Partey started his career as an attacking midfielder but his orientation at club level has reshaped him to become more of a central midfielder. His lack of game time at club level as an advanced midfielder will make it difficult for any coach to experiment with that with the national team. Especially when there are players like Mohammed Kudus and Andre Ayew already competing for the number 10 role.
Partey's recent injuries
Injuries that won’t go away
Since the start of the 2020/21 season when Partey made his big-money move to Arsenal, he’s missed 21 out of a possible 38 possible games for Ghana due to injury. In that period, he’s had to deal with nine different injuries, five of which are muscle-related.
Muscle injuries tend to be more susceptible to aggravation and that has been the case for Partey who just can’t catch a break at the moment. The deputy Ghana captain has undergone a specialist procedure for treatment of his recent thigh injury and is now set to miss the rest of 2023.
This means Partey will end the year having played only four out of nine games for the Black Stars in the calendar year. At 30, it is difficult to see his injury record getting any better considering whenever he recovers he will be thrown into one of the most intense leagues in the world. It is the reason why Arsenal have tried to manage the Ghanaian in the past few months. During the March and October international windows, the London club sent physiotherapist Simon Murphy to accompany Partey and monitor him during training and matches.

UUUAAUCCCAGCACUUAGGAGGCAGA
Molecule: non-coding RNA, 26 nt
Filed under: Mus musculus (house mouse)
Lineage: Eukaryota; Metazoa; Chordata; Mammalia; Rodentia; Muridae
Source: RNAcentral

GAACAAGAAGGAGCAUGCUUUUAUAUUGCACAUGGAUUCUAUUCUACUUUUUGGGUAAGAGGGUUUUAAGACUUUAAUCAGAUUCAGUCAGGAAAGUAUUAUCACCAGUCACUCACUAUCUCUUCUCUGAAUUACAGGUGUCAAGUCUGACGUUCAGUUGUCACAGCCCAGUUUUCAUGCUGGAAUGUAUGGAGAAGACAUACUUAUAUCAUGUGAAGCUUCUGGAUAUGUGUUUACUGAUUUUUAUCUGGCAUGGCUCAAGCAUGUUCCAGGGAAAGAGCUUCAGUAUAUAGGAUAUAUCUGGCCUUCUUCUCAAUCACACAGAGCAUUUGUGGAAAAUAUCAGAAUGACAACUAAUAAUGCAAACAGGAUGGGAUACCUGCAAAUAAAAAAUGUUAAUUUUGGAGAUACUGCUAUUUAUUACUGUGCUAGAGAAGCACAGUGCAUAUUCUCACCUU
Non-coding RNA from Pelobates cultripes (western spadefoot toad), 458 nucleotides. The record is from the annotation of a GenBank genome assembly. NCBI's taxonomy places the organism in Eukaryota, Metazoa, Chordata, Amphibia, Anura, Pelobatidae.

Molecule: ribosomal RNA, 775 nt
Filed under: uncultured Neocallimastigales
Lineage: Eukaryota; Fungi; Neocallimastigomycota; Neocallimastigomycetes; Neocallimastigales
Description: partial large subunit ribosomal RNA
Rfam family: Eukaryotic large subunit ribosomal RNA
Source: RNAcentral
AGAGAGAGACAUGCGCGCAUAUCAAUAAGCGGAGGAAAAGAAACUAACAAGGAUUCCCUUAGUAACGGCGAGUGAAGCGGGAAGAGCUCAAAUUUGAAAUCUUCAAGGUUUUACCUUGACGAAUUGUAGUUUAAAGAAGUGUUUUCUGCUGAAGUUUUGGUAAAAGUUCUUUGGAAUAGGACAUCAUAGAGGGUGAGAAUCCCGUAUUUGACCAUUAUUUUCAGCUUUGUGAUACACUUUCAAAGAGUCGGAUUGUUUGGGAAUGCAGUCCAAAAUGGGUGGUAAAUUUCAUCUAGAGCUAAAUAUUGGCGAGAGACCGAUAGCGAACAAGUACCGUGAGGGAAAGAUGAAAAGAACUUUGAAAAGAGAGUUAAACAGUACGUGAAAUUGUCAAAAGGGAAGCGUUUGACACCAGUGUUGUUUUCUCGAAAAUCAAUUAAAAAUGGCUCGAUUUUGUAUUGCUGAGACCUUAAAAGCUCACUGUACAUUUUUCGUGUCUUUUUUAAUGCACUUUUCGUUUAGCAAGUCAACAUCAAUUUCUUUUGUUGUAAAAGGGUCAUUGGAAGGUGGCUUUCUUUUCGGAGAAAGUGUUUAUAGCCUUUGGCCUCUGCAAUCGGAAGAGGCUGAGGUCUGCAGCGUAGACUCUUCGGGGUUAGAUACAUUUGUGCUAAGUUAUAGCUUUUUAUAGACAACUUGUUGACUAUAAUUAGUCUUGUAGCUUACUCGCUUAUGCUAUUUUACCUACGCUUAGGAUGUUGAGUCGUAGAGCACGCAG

There is an over-reliance on Partey when it comes to Ghana and unlike Arsenal, who went on to sign Declan Rice last summer, the West African country hasn’t put into thought what life after Partey will be. The warning signs have been clear with the number of matches missed but there isn’t a cutout replacement for the Arsenal man. Whenever he’s absent the team struggles to control games and assert themselves on opponents.
As things stand, there is the risk he might miss the AFCON in January which will be a big loss to Ghana. On a personal level, it will even be a bigger loss to Partey. The 2017 AFCON was memorable but history will always remember it as the end of a golden generation for the Black Stars. It marked the culmination of a team that reached the semi-finals of the AFCON six successive times. Since then his biggest moment has been scoring the goal that sent Ghana to the 2022 World Cup. If that was to be the first time Ghana ever qualified for the Mundial, that goal would gain a lot more relevance but that isn't the case.
For all his performances at the club level, Partey needs a legacy tournament to enter the elite tier when it comes to the history of Ghanaian footballers. In the case of Essien, the 2008 AFCON was all it took and even then Ghana didn’t win the tournament. Similar to Gyan at the 2010 World Cup in South Africa. Ghana football has sunk in the past few months; a disastrous AFCON followed by an underwhelming World Cup campaign.
If Partey could lead Ghana in Ivory Coast and make Ghanaians reminisce of the good times once again, he would write his name in the country’s football folklore.